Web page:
Date of Award

8-2013

Document Type

Thesis

Degree Name

Master of Arts (MA)

Legacy Department

Economics

Advisor

Tollison, Robert D.

Committee Member

Baier , Scott L.

Committee Member

Wood , Daniel

Abstract

This paper empirically examines the impacts of education on crime participation among youth aged between 18 -24, using data from National Longitudinal Survey of Youth 97(NLSY97). First, it estimates the reduction effects of high school graduation on general crime participation, which shows significant negative effects. Then this paper predicts the effects of high school graduation on three types of crime. A robust finding is that all of the three types of crimes are negative associated with high school graduation whether or not controlling family background and cognitive skill. Also, this paper classifies education level into three levels and predicts the effects of crime participation for each education level. The results reflect that more higher education level has larger crime reduction effects than lower education level. In order to check the robustness of the findings above, this paper explores the effects of high school graduation and ability on incarceration. The implications of these findings are clear and could give policy suggestion. That is, improving education could exert a key policy tool to reduce crime.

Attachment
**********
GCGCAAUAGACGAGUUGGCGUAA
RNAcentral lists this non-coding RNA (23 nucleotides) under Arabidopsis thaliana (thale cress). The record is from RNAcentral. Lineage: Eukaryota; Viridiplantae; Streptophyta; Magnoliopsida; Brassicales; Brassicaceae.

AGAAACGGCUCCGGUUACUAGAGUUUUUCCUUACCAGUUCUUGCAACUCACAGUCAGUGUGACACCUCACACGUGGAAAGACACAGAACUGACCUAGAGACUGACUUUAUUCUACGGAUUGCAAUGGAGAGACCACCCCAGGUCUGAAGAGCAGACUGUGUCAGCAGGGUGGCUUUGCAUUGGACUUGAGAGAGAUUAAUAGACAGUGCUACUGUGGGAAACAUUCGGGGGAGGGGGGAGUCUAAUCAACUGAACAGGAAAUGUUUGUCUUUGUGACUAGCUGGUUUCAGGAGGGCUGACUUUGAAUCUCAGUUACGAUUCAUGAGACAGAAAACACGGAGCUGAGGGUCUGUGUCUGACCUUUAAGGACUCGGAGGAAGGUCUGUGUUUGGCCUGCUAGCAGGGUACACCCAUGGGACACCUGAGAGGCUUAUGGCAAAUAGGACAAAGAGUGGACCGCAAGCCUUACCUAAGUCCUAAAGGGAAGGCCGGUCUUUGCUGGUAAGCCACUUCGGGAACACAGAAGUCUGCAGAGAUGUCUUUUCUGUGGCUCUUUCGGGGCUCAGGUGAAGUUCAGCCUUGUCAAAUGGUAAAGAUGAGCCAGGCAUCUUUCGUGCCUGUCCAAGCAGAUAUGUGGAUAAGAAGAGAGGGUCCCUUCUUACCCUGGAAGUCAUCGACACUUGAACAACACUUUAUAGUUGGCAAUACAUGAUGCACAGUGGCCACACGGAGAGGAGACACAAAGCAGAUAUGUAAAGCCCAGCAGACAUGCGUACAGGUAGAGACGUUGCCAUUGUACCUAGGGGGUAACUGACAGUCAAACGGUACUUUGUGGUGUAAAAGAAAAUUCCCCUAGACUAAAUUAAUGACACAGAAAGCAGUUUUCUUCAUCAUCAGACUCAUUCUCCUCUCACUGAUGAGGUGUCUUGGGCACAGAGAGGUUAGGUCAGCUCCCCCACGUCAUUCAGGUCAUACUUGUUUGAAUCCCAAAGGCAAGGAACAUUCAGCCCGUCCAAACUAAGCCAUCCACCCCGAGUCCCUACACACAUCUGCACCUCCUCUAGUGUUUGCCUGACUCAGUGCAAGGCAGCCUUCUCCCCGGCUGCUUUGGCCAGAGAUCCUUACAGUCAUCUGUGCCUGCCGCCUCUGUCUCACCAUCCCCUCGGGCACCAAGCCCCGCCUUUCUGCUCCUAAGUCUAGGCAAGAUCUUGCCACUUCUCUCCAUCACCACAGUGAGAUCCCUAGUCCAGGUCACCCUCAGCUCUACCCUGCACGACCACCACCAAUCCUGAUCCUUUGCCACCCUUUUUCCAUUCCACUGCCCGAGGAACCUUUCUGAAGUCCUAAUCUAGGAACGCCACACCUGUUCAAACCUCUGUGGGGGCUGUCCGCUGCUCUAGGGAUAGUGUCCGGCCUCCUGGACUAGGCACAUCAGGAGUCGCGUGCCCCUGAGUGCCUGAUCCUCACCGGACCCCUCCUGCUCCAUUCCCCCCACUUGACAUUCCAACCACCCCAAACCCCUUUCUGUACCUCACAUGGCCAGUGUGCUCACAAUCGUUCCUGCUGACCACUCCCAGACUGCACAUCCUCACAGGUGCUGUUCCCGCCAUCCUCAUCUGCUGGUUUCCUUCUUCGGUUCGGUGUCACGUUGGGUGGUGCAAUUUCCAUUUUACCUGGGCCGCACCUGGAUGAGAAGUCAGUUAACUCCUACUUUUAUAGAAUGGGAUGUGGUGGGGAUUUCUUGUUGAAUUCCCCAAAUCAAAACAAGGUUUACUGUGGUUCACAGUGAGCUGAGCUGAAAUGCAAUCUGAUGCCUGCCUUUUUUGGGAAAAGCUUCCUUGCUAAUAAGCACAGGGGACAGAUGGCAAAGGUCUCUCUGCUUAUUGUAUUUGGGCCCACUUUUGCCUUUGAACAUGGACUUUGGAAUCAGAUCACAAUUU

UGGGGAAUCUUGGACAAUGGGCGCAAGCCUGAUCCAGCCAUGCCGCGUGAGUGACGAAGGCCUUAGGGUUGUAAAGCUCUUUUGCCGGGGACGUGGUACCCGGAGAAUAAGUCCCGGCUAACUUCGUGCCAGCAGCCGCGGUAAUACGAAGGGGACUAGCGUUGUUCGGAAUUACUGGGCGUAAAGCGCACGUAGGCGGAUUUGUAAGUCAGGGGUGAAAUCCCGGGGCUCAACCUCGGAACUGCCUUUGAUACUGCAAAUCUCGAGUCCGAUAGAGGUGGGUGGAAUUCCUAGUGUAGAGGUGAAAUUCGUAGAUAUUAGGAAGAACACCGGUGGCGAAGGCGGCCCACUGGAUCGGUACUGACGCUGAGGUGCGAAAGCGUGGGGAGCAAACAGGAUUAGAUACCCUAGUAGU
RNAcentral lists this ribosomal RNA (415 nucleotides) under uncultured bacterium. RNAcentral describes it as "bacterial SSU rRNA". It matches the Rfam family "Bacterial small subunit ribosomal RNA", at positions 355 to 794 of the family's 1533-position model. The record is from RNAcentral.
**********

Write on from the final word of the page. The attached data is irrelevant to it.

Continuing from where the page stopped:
Included in

Economics Commons

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